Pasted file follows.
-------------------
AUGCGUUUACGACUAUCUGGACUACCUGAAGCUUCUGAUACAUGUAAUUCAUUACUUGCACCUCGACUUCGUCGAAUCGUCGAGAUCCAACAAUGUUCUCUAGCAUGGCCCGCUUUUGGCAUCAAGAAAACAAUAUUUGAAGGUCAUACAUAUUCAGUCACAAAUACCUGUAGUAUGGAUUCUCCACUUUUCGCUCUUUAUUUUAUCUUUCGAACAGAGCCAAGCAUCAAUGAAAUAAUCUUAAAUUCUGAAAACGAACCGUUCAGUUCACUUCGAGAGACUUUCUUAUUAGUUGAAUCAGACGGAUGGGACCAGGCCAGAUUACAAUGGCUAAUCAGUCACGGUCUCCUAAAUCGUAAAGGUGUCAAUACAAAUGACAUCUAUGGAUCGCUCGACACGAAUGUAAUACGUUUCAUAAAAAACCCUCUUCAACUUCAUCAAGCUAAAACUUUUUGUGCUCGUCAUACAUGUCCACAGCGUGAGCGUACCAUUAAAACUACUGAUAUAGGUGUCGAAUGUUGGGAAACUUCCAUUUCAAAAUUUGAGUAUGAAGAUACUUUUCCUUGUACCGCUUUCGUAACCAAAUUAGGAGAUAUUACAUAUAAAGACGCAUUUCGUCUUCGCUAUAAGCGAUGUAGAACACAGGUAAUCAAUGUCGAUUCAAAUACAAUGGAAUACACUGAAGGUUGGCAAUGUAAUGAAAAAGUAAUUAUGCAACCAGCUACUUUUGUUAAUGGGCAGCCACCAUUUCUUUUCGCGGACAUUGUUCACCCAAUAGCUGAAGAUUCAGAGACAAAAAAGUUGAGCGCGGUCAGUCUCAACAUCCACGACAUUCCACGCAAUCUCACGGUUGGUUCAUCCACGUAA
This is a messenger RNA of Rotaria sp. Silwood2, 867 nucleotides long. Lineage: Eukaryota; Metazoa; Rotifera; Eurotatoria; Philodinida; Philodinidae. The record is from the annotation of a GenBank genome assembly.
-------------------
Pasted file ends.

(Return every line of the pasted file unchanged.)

AUGCGUUUACGACUAUCUGGACUACCUGAAGCUUCUGAUACAUGUAAUUCAUUACUUGCACCUCGACUUCGUCGAAUCGUCGAGAUCCAACAAUGUUCUCUAGCAUGGCCCGCUUUUGGCAUCAAGAAAACAAUAUUUGAAGGUCAUACAUAUUCAGUCACAAAUACCUGUAGUAUGGAUUCUCCACUUUUCGCUCUUUAUUUUAUCUUUCGAACAGAGCCAAGCAUCAAUGAAAUAAUCUUAAAUUCUGAAAACGAACCGUUCAGUUCACUUCGAGAGACUUUCUUAUUAGUUGAAUCAGACGGAUGGGACCAGGCCAGAUUACAAUGGCUAAUCAGUCACGGUCUCCUAAAUCGUAAAGGUGUCAAUACAAAUGACAUCUAUGGAUCGCUCGACACGAAUGUAAUACGUUUCAUAAAAAACCCUCUUCAACUUCAUCAAGCUAAAACUUUUUGUGCUCGUCAUACAUGUCCACAGCGUGAGCGUACCAUUAAAACUACUGAUAUAGGUGUCGAAUGUUGGGAAACUUCCAUUUCAAAAUUUGAGUAUGAAGAUACUUUUCCUUGUACCGCUUUCGUAACCAAAUUAGGAGAUAUUACAUAUAAAGACGCAUUUCGUCUUCGCUAUAAGCGAUGUAGAACACAGGUAAUCAAUGUCGAUUCAAAUACAAUGGAAUACACUGAAGGUUGGCAAUGUAAUGAAAAAGUAAUUAUGCAACCAGCUACUUUUGUUAAUGGGCAGCCACCAUUUCUUUUCGCGGACAUUGUUCACCCAAUAGCUGAAGAUUCAGAGACAAAAAAGUUGAGCGCGGUCAGUCUCAACAUCCACGACAUUCCACGCAAUCUCACGGUUGGUUCAUCCACGUAA
This is a messenger RNA of Rotaria sp. Silwood2, 867 nucleotides long. Lineage: Eukaryota; Metazoa; Rotifera; Eurotatoria; Philodinida; Philodinidae. The record is from the annotation of a GenBank genome assembly.